What does the ‘big picture’ look like? Where there is positive mental health and wellbeing, there are positive relationships, a sense of feeling valued and confidence, the ability to develop individual potential. Positive wellbeing can enable healthier relationships to flourish, actions such as meaningful kindness and gratitude to thrive as well as make all of us, including the children, more productive and creative. Relationships is the key word here; relationships bring with them trust, kindness, empathy, the ability to work in a team, the ability to know when someone needs time to themselves. If we are considering how our young people contribute to the wellbeing of their communities, relationships need to be at the heart of this.
Positive relationships aren’t instantaneous. They will require nurturing, an awareness of how young people and adults respond to words, actions and other stimuli. Schools need also to consider positive language and the impact this can have on the culture within the school community. All the activities suggested below relate to developing a ‘culture of noticing’ around mental health, a culture that is shared by staff, children and families and in which appropriate language around mental health is used.
Effective and impactful activities on World Mental Health Day are those that will have a lasting impact. Leaders need to consider how to ensure that whichever activities are carried out on World Mental Health Day itself do not remain stand alone lessons and assemblies but are followed up in the following weeks and months. This will help to facilitate a positive shared language around mental health.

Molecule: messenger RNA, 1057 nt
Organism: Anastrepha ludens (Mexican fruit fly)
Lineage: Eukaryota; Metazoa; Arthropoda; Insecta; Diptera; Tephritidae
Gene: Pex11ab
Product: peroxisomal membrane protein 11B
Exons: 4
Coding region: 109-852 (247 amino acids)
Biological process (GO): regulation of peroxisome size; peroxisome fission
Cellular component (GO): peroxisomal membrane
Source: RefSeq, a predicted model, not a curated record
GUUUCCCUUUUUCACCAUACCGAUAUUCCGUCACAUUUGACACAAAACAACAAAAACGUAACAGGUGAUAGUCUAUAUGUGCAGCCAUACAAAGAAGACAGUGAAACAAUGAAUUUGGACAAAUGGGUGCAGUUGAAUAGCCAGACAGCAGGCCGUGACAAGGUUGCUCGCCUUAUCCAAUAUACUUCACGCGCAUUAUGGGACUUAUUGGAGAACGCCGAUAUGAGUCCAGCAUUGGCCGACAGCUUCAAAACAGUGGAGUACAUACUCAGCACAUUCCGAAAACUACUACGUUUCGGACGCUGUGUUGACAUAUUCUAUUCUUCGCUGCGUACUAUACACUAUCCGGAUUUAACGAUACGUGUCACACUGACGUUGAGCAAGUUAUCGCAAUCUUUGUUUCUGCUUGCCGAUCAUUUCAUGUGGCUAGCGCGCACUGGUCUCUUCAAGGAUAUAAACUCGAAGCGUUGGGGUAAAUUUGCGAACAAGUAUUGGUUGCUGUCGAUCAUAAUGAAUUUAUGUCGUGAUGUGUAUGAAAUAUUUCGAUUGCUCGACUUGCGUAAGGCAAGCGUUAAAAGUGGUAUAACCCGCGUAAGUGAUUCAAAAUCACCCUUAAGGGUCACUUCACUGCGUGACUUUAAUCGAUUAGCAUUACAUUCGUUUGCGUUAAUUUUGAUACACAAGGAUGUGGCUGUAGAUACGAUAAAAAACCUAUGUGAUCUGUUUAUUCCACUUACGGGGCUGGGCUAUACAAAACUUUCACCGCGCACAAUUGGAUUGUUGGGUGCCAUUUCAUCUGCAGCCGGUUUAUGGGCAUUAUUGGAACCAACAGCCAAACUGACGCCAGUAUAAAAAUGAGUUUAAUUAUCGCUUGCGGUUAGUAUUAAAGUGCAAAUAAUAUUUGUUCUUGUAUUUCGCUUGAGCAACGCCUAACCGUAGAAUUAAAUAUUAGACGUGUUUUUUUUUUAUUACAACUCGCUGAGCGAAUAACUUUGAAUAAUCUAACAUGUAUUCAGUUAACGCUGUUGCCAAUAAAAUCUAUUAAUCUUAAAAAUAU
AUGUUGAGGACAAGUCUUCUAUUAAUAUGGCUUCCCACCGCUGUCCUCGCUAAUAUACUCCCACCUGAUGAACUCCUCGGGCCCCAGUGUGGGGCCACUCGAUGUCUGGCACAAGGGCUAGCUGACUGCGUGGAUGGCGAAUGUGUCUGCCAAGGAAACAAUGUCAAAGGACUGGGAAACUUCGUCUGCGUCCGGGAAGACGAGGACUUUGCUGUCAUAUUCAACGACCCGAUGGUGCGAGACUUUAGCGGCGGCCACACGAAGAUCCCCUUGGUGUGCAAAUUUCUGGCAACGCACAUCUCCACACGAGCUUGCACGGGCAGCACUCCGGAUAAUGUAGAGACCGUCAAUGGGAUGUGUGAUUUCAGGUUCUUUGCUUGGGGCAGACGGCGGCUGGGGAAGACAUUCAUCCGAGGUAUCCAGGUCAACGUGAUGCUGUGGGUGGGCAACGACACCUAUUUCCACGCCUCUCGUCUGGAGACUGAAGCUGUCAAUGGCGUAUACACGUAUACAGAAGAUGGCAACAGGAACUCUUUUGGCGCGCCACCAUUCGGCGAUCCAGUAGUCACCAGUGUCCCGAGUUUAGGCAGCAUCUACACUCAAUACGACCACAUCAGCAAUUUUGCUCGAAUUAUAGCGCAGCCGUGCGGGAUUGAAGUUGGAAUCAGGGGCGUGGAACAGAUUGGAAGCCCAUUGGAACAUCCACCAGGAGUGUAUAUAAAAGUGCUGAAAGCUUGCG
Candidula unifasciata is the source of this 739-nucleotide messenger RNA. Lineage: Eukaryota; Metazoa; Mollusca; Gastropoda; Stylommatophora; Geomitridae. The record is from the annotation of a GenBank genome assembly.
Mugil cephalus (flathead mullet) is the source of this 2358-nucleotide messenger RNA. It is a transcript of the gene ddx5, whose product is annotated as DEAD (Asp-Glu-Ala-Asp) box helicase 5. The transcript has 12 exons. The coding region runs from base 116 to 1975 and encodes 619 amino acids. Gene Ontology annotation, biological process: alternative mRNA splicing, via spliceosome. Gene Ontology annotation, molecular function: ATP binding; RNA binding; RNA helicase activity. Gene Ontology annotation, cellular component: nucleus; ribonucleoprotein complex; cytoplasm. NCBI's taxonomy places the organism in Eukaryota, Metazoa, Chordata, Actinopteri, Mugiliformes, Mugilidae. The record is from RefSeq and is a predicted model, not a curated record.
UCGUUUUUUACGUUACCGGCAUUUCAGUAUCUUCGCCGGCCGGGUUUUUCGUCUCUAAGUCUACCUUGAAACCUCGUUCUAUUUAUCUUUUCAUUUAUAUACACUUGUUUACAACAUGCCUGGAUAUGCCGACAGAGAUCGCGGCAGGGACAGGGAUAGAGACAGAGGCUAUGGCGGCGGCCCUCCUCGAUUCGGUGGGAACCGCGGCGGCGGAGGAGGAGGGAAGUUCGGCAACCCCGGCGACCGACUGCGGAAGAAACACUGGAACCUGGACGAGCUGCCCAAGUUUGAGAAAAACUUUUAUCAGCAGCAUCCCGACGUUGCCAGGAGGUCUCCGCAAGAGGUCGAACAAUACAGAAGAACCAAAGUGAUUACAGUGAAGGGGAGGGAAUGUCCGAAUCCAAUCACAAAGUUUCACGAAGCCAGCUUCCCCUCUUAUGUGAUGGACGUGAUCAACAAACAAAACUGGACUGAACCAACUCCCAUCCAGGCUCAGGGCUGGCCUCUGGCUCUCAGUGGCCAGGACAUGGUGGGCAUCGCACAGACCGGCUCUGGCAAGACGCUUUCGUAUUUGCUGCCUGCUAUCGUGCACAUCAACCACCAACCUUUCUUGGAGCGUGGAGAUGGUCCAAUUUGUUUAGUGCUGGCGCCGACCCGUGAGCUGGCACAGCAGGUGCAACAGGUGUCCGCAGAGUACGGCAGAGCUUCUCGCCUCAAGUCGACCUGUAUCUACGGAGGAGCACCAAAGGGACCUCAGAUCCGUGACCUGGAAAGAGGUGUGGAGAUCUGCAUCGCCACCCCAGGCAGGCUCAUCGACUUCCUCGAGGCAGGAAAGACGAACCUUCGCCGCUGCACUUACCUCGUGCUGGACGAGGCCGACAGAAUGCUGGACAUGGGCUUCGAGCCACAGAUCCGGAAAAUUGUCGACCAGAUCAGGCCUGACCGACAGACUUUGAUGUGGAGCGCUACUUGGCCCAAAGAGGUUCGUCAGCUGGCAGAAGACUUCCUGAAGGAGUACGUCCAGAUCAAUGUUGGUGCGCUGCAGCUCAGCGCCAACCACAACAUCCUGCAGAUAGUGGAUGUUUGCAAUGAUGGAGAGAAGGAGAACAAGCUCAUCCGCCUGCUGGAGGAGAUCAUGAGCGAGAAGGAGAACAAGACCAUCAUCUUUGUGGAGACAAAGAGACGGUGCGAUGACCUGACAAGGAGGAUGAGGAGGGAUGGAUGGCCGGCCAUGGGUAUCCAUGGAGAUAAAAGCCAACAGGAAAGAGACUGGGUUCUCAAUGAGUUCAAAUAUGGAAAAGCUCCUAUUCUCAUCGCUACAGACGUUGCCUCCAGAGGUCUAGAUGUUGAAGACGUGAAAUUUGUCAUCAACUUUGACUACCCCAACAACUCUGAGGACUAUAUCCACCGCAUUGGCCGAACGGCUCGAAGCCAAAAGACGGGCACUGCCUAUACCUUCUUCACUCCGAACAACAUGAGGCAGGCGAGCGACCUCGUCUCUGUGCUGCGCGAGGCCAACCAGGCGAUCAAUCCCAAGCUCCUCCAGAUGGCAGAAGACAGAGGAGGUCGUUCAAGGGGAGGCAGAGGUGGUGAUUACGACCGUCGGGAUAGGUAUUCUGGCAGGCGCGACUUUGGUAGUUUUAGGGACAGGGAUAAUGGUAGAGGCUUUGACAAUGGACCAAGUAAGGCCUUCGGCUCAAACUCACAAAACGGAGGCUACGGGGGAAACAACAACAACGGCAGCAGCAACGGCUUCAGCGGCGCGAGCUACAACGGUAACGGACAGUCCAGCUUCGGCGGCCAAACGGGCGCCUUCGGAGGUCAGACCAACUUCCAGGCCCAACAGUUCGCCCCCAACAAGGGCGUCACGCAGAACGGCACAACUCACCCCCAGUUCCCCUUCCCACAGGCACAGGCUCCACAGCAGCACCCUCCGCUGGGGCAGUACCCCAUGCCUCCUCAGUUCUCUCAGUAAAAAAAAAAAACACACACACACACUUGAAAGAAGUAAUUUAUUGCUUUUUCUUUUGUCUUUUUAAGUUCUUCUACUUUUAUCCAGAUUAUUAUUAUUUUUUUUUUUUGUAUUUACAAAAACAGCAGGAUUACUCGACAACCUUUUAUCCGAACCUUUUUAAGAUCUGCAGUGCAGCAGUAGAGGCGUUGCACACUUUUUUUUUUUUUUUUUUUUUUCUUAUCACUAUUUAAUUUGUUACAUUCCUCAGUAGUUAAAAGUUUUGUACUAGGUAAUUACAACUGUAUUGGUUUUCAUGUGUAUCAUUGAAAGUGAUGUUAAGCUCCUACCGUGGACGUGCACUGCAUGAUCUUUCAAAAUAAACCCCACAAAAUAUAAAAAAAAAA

Mental health often has negative connotations because of stigma, stereotypes and language around mental ill-health. However if we think like we do about physical health, we can change the direction of conversation. In schools we promote good physical health when we teach about nutrition, balanced diet, the need for exercise and how viruses and bacteria spread and can be mitigated. We also teach what to do if we have poor physical health in teaching about when to go to the doctor and about medicines. If we parallel our conversations about physical health with those about mental health, we can celebrate good mental health and wellbeing and the factors that promote it in the physical and natural environment. World Mental Health Day is the ideal opportunity to use the words mental health in a positive way, and not to shy away from the matter.